Chop Suey on the Prairies exhibit comes to Nobleford PDF Print
Local Content - Local News
Written by Kathy Bly   
Tuesday, 08 May 2012 21:12

A unique traveling exhibit on Alberta's Chinese restaurants has arrived at the Nobleford Museum.
"Chop Suey on the Prairies: Reflections of Chinese Restaurants in Alberta" is on tour through September and will be at the Nobleford museum until the end of May. Julie Pike, President of the Nobleford Area Museum, said the exhibit was on display in Medicine Hat previous to coming to the village. Nobleford is the only museum in southwestern Alberta who will be hosting the traveling exhibit.
Pike said this is the first time the museum has hosted a Royal Alberta Museum traveling exhibit. There are more Chinese restaurants in North America than all fast food outlets combined. While they are considered an iconic institution on the prairie landscape, no one had investigated their place in Alberta history until the now.
The Royal Alberta Museum's Curator of Cultural Communities, K. Linda Tzang, wants to hear from Albertans who have connections to the thousands of Chinese restaurants, both past and present, which operated in every corner of the province.
She wants to reach out to people who have stories and objects that are willing to share in a new traveling exhibition developed by the museum.
The Chinese Restaurant Project will be a multi-year undertaking, beginning with the small traveling exhibit now on display in Nobleford. It is designed to allow Alberta communities to contribute related stories and objects, with support and expertise provided by the museum.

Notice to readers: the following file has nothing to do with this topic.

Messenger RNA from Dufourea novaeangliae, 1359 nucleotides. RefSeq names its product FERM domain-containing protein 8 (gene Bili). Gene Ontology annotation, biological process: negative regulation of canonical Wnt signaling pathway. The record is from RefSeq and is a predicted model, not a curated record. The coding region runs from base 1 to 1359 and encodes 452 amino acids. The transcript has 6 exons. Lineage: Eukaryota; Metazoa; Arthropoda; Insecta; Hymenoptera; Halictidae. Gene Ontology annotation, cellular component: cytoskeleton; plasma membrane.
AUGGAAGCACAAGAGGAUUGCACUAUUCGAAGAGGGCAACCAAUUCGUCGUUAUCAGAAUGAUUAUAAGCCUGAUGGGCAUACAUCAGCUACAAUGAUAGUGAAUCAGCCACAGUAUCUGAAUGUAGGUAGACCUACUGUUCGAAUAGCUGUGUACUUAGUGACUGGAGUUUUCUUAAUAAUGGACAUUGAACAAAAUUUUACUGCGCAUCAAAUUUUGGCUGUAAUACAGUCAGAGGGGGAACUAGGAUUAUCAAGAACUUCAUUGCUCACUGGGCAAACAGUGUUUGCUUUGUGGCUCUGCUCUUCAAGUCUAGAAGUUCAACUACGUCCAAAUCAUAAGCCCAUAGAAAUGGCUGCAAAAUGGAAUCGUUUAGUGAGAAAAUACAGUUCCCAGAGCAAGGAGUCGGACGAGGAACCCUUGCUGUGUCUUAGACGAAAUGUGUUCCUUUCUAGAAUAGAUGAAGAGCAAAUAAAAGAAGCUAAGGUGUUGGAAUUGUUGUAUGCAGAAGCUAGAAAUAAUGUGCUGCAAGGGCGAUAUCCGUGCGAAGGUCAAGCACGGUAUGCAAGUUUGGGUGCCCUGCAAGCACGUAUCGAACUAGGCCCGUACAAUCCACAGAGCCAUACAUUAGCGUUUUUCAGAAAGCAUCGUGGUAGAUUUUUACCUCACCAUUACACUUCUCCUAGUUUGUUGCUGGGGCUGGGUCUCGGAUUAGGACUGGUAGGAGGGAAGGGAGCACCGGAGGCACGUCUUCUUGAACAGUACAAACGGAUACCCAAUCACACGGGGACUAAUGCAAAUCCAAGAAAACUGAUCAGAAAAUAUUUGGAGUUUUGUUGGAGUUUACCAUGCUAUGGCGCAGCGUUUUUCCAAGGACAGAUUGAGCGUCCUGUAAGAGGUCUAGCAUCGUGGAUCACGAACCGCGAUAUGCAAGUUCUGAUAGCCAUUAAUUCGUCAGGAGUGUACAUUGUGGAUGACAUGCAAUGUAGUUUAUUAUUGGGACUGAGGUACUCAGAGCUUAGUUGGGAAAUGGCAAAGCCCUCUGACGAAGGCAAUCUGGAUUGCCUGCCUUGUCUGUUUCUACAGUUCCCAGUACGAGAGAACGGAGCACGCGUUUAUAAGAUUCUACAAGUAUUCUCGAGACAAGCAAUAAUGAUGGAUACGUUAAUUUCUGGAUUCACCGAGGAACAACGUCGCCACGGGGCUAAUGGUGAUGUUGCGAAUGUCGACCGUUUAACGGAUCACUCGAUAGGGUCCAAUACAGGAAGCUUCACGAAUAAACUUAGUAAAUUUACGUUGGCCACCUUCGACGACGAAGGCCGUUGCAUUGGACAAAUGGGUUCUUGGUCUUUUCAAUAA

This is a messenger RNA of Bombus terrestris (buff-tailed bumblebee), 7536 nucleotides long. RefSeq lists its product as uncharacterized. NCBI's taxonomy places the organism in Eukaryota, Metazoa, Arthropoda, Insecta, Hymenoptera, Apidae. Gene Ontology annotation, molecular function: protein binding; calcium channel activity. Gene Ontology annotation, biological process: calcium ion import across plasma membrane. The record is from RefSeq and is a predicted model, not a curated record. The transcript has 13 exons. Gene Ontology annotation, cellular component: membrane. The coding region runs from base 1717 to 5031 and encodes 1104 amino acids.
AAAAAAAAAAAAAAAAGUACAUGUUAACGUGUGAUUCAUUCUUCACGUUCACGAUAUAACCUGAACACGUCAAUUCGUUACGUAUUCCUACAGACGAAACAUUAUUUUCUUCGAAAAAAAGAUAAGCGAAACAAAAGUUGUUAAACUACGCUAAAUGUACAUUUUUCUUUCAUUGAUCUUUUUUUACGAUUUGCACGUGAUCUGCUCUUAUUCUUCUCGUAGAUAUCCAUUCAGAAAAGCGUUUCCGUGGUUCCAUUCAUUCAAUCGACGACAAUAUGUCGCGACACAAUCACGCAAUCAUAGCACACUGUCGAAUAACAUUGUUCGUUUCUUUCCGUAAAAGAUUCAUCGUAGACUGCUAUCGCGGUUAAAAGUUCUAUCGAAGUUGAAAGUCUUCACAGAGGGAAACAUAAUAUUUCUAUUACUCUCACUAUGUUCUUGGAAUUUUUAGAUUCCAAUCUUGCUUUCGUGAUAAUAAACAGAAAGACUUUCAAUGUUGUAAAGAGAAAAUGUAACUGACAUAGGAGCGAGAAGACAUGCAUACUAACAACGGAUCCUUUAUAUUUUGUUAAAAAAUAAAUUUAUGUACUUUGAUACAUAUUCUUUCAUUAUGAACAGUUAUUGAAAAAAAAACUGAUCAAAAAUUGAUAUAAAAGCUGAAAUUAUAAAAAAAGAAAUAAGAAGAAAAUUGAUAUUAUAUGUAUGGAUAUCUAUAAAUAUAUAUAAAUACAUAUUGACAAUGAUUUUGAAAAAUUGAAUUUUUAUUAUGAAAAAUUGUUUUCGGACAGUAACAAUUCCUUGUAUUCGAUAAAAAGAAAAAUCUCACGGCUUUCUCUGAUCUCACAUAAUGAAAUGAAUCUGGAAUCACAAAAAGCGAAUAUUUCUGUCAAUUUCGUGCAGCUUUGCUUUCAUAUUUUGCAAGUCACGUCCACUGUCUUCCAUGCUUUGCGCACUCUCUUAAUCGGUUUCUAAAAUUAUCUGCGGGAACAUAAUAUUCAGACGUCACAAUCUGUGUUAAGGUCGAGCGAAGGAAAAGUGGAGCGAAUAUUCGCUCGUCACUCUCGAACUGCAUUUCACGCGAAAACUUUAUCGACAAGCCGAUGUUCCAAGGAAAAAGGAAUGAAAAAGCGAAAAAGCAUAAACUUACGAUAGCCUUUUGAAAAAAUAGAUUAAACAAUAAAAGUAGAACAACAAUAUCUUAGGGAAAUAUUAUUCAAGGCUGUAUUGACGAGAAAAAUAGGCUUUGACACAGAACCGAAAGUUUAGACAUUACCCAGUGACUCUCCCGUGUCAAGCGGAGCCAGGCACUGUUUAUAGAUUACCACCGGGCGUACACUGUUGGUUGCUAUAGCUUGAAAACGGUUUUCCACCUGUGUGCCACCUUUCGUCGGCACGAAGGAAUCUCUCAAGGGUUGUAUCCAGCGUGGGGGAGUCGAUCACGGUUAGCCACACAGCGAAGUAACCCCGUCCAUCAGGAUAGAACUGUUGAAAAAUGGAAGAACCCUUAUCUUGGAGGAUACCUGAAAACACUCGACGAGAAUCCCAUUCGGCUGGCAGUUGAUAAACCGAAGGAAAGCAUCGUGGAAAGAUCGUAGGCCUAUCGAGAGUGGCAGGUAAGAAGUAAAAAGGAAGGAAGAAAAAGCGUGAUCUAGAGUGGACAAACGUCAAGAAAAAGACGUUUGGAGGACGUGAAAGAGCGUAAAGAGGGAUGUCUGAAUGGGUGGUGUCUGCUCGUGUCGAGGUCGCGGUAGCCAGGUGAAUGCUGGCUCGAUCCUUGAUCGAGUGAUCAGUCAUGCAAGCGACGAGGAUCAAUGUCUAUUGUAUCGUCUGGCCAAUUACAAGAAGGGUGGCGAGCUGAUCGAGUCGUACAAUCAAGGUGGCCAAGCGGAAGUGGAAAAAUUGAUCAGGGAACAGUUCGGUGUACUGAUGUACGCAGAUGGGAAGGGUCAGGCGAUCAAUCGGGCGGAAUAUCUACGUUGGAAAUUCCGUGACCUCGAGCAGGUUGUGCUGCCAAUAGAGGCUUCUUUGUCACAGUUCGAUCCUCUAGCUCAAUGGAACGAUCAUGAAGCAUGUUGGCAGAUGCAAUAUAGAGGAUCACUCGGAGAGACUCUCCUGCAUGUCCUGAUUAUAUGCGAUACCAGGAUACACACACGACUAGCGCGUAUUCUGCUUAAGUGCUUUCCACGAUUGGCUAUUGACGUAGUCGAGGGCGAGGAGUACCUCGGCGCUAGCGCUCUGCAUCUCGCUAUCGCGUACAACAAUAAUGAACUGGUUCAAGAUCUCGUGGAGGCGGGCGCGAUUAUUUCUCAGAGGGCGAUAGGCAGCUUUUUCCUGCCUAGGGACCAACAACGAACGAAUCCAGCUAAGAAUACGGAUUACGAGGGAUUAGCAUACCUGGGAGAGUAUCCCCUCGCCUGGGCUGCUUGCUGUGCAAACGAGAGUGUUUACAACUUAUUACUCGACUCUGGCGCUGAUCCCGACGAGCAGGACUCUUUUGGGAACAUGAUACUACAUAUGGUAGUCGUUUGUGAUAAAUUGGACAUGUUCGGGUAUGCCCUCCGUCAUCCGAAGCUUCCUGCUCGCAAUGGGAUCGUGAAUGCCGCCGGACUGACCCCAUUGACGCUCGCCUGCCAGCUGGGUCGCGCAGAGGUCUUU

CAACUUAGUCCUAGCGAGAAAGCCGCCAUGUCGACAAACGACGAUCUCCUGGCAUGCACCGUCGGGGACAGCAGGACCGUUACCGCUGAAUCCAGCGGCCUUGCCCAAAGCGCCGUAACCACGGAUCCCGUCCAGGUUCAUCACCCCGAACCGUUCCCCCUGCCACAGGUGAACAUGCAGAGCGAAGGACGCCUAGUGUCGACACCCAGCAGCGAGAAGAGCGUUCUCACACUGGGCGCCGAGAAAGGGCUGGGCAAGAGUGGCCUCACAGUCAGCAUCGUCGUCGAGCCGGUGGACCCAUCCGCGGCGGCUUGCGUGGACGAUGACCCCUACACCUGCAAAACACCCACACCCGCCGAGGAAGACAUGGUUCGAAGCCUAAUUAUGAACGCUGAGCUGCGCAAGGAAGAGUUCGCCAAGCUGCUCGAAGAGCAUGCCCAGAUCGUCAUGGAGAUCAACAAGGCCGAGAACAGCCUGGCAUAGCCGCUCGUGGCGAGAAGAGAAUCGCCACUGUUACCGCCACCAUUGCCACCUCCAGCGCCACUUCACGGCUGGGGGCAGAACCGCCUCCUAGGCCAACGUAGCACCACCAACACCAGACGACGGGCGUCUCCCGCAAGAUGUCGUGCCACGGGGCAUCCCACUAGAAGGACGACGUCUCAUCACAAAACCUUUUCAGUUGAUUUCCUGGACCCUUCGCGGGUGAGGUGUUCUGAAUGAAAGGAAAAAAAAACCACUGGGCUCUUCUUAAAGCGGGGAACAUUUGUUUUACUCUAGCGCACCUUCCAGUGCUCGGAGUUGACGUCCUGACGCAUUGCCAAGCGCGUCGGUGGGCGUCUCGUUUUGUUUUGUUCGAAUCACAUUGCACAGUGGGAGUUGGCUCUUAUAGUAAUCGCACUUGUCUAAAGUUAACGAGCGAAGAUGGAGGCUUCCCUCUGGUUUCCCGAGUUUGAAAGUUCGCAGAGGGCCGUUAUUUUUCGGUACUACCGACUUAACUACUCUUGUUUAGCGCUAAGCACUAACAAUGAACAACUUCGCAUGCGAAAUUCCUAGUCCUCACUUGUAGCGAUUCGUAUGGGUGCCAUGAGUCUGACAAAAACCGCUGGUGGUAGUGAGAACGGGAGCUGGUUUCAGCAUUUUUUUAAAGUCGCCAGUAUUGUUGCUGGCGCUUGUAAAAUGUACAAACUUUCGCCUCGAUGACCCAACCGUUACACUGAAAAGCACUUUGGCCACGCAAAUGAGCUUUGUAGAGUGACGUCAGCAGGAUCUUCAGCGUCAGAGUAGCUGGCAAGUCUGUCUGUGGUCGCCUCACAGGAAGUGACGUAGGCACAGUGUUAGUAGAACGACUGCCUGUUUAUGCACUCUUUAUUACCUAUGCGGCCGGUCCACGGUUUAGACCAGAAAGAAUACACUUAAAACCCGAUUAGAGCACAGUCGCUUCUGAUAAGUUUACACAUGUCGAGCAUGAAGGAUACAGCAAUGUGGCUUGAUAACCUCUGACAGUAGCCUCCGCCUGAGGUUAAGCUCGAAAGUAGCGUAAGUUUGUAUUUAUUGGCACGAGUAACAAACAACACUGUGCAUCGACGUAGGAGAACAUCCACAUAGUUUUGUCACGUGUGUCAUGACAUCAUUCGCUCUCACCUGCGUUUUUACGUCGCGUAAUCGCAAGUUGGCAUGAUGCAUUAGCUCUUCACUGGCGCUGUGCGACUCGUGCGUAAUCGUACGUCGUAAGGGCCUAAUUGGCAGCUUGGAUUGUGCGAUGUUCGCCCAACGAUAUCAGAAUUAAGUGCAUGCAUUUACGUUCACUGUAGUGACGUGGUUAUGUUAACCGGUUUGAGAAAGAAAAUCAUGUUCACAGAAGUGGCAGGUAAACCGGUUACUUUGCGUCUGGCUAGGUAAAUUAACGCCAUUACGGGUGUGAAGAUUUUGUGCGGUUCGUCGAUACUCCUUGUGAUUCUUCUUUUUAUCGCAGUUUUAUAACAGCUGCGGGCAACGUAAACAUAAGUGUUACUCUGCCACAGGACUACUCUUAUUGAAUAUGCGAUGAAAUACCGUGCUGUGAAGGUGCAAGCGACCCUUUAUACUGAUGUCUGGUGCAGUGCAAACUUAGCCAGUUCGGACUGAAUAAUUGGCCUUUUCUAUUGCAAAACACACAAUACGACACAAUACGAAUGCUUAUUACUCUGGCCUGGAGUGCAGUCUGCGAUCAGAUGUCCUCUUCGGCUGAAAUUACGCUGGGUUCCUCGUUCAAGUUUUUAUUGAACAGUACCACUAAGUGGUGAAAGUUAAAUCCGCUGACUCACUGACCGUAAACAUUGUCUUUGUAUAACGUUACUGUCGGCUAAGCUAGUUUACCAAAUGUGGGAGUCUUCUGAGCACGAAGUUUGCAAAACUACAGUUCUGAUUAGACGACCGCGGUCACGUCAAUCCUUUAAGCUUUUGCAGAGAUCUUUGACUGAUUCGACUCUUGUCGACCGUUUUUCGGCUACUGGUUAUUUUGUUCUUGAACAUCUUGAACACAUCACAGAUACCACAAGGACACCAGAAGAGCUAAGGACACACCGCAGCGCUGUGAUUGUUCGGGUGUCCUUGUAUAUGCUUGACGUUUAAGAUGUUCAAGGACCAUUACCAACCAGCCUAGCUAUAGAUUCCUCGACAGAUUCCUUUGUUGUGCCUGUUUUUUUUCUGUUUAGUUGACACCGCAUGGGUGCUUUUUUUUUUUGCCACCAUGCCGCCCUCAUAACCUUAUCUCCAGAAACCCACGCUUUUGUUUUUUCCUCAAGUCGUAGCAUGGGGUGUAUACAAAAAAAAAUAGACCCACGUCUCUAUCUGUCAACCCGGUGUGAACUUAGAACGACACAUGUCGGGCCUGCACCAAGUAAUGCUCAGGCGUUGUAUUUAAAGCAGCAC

Pike said the Nobleford Area Museum was also interested in its own Chinese restaurant history and has added local items to the display.
As part of a larger project, under taken by the Nobleford museum, volunteers have been working on a chronological history of homes built in the community before 1950 along with photographs and history.
As part of that project commercial ventures were also being researched including the history of the local Chinese restaurant.
"We're doing that as our own project."
Pike said the museum often draws from its own membership when it is seeking items for display.
"It's amazing how much we have as a collective group."
As part of its Mother's Day Tea and plant sale held Saturday afternoon, the museum set up a display of bridal dresses and suits dating form 1946 to 1979. The oldest dress on display was from the 1920's but was not a wedding dress.
The museum is open Saturdays from 10 a.m. until 4 p.m. but anyone interested in seeing the traveling exhibit or visiting the museum during other times can call the museum at 403-824-3909 and leave message.

 

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